1. speech, jargon, idiom, parlance, cant, native language, dialect, patois, argot, vulgar tongue To use the vernacular of the day, Peter was square.
adjective
1. colloquial, popular, informal, local, common, native, indigenous, vulgar dialects such as black vernacular English
Collins Thesaurus of the English Language – Complete and Unabridged 2nd Edition. 2002 © HarperCollins Publishers 1995, 2002

vernacular

noun
1. A system of terms used by a people sharing a history and culture:
Linguistics: langue.
2. A variety of a language that differs from the standard form:
3. Specialized expressions indigenous to a particular field, subject, trade, or subculture:
The American Heritage® Roget's Thesaurus. Copyright © 2013, 2014 by Houghton Mifflin Harcourt Publishing Company. Published by Houghton Mifflin Harcourt Publishing Company. All rights reserved.
Translations
لُغَة دارِجَهلُغَة عامِيَّه ، لُغَة مَحْكِيَّه
hovorovýnářečí
dagligdags sprogdialekt
nemzeti nyelvnépnyelvi
òjóîtunga; mál alòÿîunnar
vietinė kalba
dzimtaismātes-vietējā valoda/dialektsvietējais
halk dilihalk dilindeyerli lehçeyerli lehçede

vernacular

[vəˈnækjʊləʳ]
A. ADJ
1. (Ling) → vernáculo, vulgar
in vernacular Persianen persa vulgar, en la lengua vernácula de Persia
2. [architecture] → típico, local, regional
B. N (Ling) → lengua f vernácula (fig) → lenguaje m corriente, lenguaje m vulgar
Collins Spanish Dictionary - Complete and Unabridged 8th Edition 2005 © William Collins Sons & Co. Ltd. 1971, 1988 © HarperCollins Publishers 1992, 1993, 1996, 1997, 2000, 2003, 2005

vernacular

[vərˈnækjʊr] n (= dialect) → dialecte m
Collins English/French Electronic Resource. © HarperCollins Publishers 2005

vernacular

n
(= dialect)Mundart f; (= not Latin, not official language)Landessprache f; this word has now come into the vernaculardieses Wort ist jetzt in die Alltagssprache eingegangen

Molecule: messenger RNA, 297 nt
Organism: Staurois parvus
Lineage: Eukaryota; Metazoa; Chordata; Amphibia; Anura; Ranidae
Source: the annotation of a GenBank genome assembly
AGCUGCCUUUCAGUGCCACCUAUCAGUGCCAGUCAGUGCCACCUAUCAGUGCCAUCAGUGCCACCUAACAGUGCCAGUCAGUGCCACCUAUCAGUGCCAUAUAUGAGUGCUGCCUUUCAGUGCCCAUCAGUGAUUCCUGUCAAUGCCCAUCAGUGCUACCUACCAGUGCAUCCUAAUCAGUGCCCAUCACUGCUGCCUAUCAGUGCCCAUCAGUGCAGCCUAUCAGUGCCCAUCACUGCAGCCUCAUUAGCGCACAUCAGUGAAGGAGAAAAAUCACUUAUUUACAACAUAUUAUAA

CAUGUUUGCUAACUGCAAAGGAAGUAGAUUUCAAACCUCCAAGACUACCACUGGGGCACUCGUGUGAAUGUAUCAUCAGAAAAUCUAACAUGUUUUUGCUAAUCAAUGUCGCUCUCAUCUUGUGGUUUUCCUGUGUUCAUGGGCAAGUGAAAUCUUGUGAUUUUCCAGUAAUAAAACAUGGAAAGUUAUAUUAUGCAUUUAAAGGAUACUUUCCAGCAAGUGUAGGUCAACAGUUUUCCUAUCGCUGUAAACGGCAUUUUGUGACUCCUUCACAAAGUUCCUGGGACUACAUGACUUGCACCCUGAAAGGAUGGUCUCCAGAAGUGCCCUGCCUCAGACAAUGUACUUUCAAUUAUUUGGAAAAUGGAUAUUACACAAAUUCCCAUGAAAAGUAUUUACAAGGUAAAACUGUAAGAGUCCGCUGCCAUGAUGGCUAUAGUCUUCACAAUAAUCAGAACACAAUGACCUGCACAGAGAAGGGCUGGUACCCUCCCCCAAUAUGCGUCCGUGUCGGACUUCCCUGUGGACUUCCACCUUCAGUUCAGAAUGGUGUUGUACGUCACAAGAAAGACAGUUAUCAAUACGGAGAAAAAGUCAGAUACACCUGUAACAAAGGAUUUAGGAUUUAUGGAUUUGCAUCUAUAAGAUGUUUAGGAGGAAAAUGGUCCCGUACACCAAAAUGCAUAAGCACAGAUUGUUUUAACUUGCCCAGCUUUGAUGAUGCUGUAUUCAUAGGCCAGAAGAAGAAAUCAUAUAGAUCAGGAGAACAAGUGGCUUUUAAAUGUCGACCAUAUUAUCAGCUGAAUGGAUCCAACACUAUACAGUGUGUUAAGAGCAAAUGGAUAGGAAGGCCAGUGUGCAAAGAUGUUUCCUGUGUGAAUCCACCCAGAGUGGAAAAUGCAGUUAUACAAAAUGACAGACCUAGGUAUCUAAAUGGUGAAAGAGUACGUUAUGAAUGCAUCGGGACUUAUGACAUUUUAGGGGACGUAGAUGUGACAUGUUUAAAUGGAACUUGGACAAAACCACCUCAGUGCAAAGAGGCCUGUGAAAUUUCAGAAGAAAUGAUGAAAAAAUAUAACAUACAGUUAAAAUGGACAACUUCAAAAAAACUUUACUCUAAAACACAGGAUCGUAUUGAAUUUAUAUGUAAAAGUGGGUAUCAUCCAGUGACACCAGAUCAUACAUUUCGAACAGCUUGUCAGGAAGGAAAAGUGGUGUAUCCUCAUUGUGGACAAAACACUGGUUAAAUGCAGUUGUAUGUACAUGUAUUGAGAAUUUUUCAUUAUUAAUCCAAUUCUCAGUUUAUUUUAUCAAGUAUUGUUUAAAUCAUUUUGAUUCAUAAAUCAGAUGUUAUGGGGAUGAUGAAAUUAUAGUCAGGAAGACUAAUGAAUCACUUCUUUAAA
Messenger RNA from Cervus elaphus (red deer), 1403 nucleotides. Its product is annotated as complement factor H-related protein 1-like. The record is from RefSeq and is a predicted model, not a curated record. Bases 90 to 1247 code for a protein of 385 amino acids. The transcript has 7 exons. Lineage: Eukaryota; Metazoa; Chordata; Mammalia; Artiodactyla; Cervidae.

(= jargon)Fachsprache for -jargon m
(hum: = strong language) → deftige Sprache; please excuse the vernacularentschuldigen Sie bitte, dass ich mich so drastisch ausdrücke
(Archit) → traditioneller Baustil
adj
vernacular newspaperZeitung fin der regionalen Landessprache; vernacular languagemundartliche Sprache; vernacular poetMundartdichter(in) m(f)
(Archit) → traditionell
(= indigenous) styletraditionell; crafts, furnitureeinheimisch
Collins German Dictionary – Complete and Unabridged 7th Edition 2005. © William Collins Sons & Co. Ltd. 1980 © HarperCollins Publishers 1991, 1997, 1999, 2004, 2005, 2007

vernacular

[vəˈnækjʊləʳ]
1. nvernacolo
2. adjvernacolare
Collins Italian Dictionary 1st Edition © HarperCollins Publishers 1995

vernacular

(vəˈnӕkjulə) adjective
colloquial or informally conversational. vernacular speech/language.
noun
the common informal language of a country etc as opposed to its formal or literary language. They spoke to each other in the vernacular of the region.
Kernerman English Multilingual Dictionary © 2006-2013 K Dictionaries Ltd.
References in periodicals archive ?
The growing consumption of local language content on mobile phones is a clear indicator of the need for vernacularising the Smartphone ecosystem for bridging the gaping digital divide.
According to interviews I conducted in India for a doctoral research, 100 per cent of my study subjects' grandparents - the erstwhile colonised generation that 'fought' to drive the British out of India and English out of schools, the very generation that was keen on vernacularising the medium of instruction in government schools - have done a 180 degree turn and are embracing English today.
(87) In a similar vein with specific reference to the post-war Afrikaans community, Hofmeyr has shown that the vernacularising thrust of the Afrikaans language associations, established in 1905 and 1906, through the efforts of the taalstryders (88) spawned a succession of interconnected organisations which began to link teachers, clerics, small farmers, student organisations, lawyers and journalists into a constituency.